Introduction: Rotary Vending Prototype

This tutorial explains how to build and program an online operated rotary dispensing machine that could be used in a variety of applications including vending products. This is the next step of development towards an open source vending machine since our last instrucatable located here. You may notice this model does not shoot product out at you but more elegantly rotates it to you... then shoots it out at you. The idea is to have 8 different products that stack on top of each other in groups of four or five. If a person selects say "product 5" the main deck rotates to bring that product in front of the servo arm which swings out pushing the bottommost product out an inch. From this point a wheel mechanism will pull the product the rest of the way out and cause it to fall into the hands of the eager customer. As of yet the final Dispensing of the product hasn't been realized, but fear not we will continue to work on it.

The potential of an open source vending machine is built around the idea that people who create product--designers, jewelers, bakers, makers, etc.--should focus on what they are best at. This means their energies should be directed towards perfecting their craft. With physical shop space requiring a high overhead in some areas the option of vending product could be a more cost effective approach to bringing product to a consumer. Further, if the vending machine is 'smart' enough to handle all of the payment processing and keep track of its own inventory, then the designer is granted a freedom from the business side of their craft.

The realization of this prototype is thanks to funding from Sparkfun Electronics and the support of White Mountain Science Inc. All designs and programming were done by Ethan Peters and Nicholas Sullo.

Step 1: Materials

When we ordered these parts from Sparkfun we created this wishlist which can be accessed here. Many of these parts, if not all of them, can be interchanged with other parts if need be. We have also included the parts list below.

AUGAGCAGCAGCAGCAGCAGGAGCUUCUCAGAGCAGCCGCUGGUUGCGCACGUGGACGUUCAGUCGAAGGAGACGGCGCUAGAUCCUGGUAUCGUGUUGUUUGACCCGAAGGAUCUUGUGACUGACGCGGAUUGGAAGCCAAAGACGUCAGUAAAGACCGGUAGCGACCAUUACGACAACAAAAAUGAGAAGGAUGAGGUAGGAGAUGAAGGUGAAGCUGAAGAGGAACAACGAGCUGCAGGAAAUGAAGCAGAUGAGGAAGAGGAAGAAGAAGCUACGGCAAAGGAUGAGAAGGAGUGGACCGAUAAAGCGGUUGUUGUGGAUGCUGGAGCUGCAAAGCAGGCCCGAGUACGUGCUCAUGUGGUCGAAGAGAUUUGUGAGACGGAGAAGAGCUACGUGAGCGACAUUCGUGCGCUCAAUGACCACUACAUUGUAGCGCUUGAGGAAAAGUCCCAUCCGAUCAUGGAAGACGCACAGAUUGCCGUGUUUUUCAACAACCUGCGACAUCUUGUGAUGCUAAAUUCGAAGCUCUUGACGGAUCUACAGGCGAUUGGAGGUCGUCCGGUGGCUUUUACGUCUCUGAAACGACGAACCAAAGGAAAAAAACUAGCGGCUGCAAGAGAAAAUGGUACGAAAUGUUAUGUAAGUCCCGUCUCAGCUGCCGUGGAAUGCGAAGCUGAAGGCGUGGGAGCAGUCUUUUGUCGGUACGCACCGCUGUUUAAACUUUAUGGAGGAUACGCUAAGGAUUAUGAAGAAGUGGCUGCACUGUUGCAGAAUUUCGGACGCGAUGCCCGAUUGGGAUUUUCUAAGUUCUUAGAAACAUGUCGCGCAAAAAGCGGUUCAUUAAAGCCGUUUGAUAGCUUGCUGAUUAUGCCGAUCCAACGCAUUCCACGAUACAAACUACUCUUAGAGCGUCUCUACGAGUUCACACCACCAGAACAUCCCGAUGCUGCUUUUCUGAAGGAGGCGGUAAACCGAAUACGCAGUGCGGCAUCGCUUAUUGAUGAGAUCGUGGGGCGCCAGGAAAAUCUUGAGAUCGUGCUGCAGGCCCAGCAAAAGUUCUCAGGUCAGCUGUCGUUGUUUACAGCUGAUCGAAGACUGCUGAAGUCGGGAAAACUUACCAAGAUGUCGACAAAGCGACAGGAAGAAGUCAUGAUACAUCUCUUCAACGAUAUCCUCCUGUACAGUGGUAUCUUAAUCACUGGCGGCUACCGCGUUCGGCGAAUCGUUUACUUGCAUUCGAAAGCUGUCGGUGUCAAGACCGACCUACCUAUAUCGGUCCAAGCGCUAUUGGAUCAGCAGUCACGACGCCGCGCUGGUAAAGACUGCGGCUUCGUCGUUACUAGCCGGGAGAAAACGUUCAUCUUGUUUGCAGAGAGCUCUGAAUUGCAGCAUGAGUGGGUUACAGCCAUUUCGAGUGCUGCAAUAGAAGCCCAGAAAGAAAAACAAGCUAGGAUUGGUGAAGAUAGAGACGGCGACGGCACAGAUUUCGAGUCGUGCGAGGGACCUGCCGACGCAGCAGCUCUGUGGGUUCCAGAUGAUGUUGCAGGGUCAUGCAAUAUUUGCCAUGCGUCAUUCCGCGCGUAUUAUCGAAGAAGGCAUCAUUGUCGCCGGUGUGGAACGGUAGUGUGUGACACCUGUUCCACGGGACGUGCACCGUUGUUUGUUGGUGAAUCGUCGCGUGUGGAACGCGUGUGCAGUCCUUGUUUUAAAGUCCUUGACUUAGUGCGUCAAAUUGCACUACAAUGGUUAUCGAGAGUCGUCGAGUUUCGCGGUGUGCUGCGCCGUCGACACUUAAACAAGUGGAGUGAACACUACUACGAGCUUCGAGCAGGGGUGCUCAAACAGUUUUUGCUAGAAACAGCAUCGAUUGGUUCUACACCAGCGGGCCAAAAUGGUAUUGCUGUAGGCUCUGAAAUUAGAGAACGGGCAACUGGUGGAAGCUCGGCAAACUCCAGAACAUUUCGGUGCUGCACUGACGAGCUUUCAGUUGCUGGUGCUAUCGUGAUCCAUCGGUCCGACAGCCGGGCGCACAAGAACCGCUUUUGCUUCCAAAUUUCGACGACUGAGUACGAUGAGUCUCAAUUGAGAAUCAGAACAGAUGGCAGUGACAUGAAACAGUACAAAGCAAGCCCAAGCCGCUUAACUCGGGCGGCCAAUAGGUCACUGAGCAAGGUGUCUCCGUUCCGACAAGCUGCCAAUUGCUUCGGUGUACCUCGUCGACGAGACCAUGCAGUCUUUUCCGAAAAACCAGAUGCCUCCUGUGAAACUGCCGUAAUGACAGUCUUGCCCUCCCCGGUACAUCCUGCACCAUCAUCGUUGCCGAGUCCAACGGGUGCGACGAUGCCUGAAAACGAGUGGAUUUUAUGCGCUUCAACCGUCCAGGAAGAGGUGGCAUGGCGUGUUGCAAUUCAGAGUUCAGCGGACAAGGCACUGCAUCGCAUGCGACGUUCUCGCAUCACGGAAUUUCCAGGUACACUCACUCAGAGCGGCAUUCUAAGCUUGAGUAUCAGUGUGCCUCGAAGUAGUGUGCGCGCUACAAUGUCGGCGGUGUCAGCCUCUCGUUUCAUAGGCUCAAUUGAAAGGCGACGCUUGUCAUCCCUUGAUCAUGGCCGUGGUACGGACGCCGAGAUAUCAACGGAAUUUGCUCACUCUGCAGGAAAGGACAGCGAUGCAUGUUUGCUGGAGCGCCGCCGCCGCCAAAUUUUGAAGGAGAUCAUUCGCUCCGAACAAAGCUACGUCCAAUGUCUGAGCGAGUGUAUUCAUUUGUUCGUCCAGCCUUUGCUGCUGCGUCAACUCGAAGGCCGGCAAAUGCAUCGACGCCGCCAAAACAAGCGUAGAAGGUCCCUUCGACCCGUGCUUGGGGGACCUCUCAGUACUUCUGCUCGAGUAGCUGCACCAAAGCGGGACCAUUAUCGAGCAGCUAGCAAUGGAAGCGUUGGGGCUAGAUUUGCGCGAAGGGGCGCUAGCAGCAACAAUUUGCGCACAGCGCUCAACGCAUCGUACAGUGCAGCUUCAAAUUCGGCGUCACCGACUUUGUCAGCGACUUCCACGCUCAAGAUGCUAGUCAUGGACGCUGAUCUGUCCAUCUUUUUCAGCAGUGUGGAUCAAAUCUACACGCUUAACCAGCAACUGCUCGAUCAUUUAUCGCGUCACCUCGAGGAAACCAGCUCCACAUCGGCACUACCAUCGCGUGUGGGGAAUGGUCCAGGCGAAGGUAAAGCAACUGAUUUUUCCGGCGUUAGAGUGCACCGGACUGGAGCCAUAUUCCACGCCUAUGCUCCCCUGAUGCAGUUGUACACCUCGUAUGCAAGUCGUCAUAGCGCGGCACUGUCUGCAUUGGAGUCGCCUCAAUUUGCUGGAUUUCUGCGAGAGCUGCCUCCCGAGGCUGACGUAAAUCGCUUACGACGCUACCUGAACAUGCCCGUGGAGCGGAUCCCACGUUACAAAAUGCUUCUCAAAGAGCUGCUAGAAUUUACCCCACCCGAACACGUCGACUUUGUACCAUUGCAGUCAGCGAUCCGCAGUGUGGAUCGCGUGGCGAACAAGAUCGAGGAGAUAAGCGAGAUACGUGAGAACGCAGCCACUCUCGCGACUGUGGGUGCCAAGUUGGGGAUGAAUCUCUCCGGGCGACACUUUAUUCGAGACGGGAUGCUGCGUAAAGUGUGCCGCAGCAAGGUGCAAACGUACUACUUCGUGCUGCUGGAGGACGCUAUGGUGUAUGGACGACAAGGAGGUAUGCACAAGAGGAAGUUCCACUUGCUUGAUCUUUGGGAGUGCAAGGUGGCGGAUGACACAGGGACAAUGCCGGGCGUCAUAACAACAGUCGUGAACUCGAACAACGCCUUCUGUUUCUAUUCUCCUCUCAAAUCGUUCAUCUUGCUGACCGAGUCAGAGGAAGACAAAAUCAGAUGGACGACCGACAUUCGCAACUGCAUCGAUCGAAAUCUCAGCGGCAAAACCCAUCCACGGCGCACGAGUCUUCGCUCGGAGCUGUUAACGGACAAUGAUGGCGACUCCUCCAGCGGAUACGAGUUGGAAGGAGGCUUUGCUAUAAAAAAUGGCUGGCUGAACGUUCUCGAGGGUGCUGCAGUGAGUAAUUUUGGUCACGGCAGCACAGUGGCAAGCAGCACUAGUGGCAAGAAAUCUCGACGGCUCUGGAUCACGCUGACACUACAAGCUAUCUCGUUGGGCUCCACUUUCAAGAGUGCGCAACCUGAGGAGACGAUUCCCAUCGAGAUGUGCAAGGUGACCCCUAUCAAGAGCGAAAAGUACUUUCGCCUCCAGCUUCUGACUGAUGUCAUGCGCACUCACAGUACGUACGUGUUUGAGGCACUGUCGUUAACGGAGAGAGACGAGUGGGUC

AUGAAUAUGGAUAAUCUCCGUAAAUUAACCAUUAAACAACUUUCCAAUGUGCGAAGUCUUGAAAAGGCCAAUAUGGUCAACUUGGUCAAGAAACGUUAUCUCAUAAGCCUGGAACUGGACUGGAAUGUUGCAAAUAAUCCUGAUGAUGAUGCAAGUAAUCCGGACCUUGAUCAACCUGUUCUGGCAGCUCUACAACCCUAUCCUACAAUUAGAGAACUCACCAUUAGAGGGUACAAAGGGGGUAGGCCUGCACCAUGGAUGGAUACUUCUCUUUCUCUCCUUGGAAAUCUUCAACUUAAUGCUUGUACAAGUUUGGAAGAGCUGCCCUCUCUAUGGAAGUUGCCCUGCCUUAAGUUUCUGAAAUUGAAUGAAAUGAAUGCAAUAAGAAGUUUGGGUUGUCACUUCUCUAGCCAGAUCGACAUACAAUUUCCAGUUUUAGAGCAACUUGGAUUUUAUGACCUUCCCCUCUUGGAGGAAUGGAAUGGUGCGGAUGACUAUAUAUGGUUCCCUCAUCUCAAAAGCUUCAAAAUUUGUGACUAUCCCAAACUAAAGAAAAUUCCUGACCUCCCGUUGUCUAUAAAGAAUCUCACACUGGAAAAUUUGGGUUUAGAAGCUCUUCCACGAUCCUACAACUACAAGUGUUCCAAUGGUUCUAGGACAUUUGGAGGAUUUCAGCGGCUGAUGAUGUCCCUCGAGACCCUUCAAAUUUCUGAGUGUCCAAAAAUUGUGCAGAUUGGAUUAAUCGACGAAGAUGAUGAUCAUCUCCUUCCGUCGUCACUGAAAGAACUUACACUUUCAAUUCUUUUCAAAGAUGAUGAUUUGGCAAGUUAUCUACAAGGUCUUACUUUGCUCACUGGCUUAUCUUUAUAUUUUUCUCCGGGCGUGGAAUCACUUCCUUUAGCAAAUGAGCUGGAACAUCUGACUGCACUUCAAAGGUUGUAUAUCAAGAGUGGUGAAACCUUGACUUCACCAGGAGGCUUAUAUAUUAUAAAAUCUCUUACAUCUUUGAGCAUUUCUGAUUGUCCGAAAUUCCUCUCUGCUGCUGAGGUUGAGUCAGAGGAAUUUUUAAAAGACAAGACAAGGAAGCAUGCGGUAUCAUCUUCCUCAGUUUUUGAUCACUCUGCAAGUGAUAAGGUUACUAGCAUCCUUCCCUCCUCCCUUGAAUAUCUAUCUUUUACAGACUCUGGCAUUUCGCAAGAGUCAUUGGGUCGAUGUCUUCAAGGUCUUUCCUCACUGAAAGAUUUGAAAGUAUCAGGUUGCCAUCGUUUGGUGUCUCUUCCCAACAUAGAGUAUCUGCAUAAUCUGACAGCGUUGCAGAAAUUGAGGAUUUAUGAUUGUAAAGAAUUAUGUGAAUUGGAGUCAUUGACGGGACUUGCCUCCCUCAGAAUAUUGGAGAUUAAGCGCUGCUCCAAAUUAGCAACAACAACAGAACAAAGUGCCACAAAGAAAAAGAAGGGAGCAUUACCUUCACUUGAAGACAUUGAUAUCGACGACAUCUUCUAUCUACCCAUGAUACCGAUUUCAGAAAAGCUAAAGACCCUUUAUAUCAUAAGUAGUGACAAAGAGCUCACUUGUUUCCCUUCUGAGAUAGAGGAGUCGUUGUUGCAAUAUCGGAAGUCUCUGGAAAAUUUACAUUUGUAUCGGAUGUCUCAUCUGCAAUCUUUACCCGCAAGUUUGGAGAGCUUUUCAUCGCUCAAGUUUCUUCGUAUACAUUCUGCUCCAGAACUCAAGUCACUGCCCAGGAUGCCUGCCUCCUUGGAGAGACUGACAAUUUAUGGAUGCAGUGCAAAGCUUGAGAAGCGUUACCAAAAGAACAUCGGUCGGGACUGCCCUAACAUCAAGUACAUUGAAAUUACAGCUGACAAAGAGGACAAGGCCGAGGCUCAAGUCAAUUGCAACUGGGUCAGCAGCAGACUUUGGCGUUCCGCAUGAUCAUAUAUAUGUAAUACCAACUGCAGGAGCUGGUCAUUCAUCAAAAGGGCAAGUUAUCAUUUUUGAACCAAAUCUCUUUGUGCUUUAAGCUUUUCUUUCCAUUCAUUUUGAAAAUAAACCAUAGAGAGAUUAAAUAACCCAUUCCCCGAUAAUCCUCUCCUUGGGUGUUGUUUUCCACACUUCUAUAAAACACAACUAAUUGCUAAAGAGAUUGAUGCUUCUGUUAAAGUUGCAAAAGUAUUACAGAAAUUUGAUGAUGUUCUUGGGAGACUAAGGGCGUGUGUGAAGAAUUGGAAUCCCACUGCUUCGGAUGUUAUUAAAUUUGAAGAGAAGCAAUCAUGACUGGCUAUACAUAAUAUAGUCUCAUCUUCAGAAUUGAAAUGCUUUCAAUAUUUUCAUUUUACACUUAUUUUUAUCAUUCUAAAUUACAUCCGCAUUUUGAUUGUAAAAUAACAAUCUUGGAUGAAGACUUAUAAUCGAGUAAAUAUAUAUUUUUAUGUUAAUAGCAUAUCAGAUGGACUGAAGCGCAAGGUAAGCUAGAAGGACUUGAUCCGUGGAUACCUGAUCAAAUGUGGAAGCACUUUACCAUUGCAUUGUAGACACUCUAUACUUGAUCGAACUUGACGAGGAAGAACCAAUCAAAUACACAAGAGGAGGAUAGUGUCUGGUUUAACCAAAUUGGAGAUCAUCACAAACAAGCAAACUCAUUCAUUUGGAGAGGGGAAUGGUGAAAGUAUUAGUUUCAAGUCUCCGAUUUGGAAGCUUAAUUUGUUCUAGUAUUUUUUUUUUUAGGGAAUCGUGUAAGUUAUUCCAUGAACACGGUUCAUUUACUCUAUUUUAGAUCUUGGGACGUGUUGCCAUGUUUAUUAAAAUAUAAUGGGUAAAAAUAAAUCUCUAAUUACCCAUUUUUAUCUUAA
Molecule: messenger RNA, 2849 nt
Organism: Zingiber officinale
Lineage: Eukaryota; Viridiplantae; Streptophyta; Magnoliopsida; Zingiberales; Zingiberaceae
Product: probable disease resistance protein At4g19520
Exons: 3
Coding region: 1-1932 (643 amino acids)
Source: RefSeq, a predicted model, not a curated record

-DIP Socket - 16-Pin

-Servo Hub - Standard (Hitec Standard)

-Servo Mount

-Servo - Hitec HS-425BB (Standard Size)

-Ribbon Cable - 10 wire (15ft)

-Hook-up Wire - Red, Gray, and Black (22 AWG)


-Standard Gearmotors - 20 RPM and 168 RPM (3-12V)

-2x Motor Mount

-H-Bridge Motor Driver 1A (SN754410)

-4 Pin Molex Connector - Pigtail

-Power Supply - 12V/5V (2A)

-Power Cable - 7A IEC C13

-Voltage Regulator - 5V

-Electrolytic Decoupling Capacitors - 1000uF, 100uF, and 10uF/25V

-2x Precision Disc Wheel - 2"

-Rocker Switch - Round w/ Blue LED

-Female Headers

-Break Away Male Headers - Right Angle

-Machine Screws - Socket Head (6-32) 5/16", 1/2", 7/16", 9/16", and 3/4"

-Nuts (6-32)

-Round Base A (Check on Sparkfun's website to see specifically what this is)

-Solder-able Breadboard

-Bearing Mount - Flat (1/4" Bore)

-2x Infrared Emitters and Detectors

-2x Set Screw Hubs - 1/4" Bore

-2x Shaft Couplers - 1/4" to 6mm

- ~10x Shaft Spacers - 1/4"

-2x D-Shafts (1/4"D x 10"L)

In addition to these parts we used 3/16" plywood for all the structural pieces cut out with the laser cutter as well as a pcDuino v3 for the main control and web interface for the machine.

Step 2: PcDuino Setup: First Commands

The next few steps will go through how to set up the pcDuino so we can make it do some cool stuff.

The first thing to do is to open the terminal and run

sudo apt-get update


sudo apt-get upgrade

These commands will ensure that your pcDuino is up to date and ready

From here on we used two tutorials which can be found here and here to help us set up the pcDuino initially, but we will still go through the steps.

Step 3: PcDuino Setup: Installing

First we need to install Requests using the following command

sudo apt-get install python-requests

Then we need to install python-pip

sudo apt-get install python-imaging python-imaging-tk python-pip python-dev git

Finally we need to install Flask with the following command

sudo pip install flask

For more information about what each of these installations does specifically, refer to links provided last step.

Step 4: PcDuino Setup: Downloads and Directories

Next go to the Github here and download python-pcduino.

Then unzip the file and move it to your /home/ubuntu directory.

To unzip files you may need to run

sudo apt-get install zip unzip

in the terminal to install the unzipper. Then go to your downloads folder and click Tools in the top menu. Then click Open Current Folder in Terminal. Or you could also hit F4 while inside the Downloads folder. Next we want to unzip the file we downloaded from Github


You will now have an unzipped python-pcduino-master folder which we can move into the /home/ubuntu directory.

Now download the files found here. Unzip these and put the directory inside the "Samples" directory in the "python-pcduino-master" directory.

Step 5: PcDuino Setup: Running the Code!

Now, while in the "web-led" directory, hit F4 to open the folder in terminal. Now before we run the actual python code we need to run the following command in the terminal:

sudo modprobe gpio

This loads the pcDuino's gpio driver module which is not loaded at boot by default. To load this driver module at boot, simply run

echo gpio | sudo tee -a /etc/modules

in the terminal.

Now just connect LEDs to gpio 0 and gpio 1 on the pcDuino. A full pinout of all the gpio on the pcDuino can be found here. Connect the positive leads of the LEDs to pins and the negative leads to ground.

We can finally run the code now! Just run

sudo python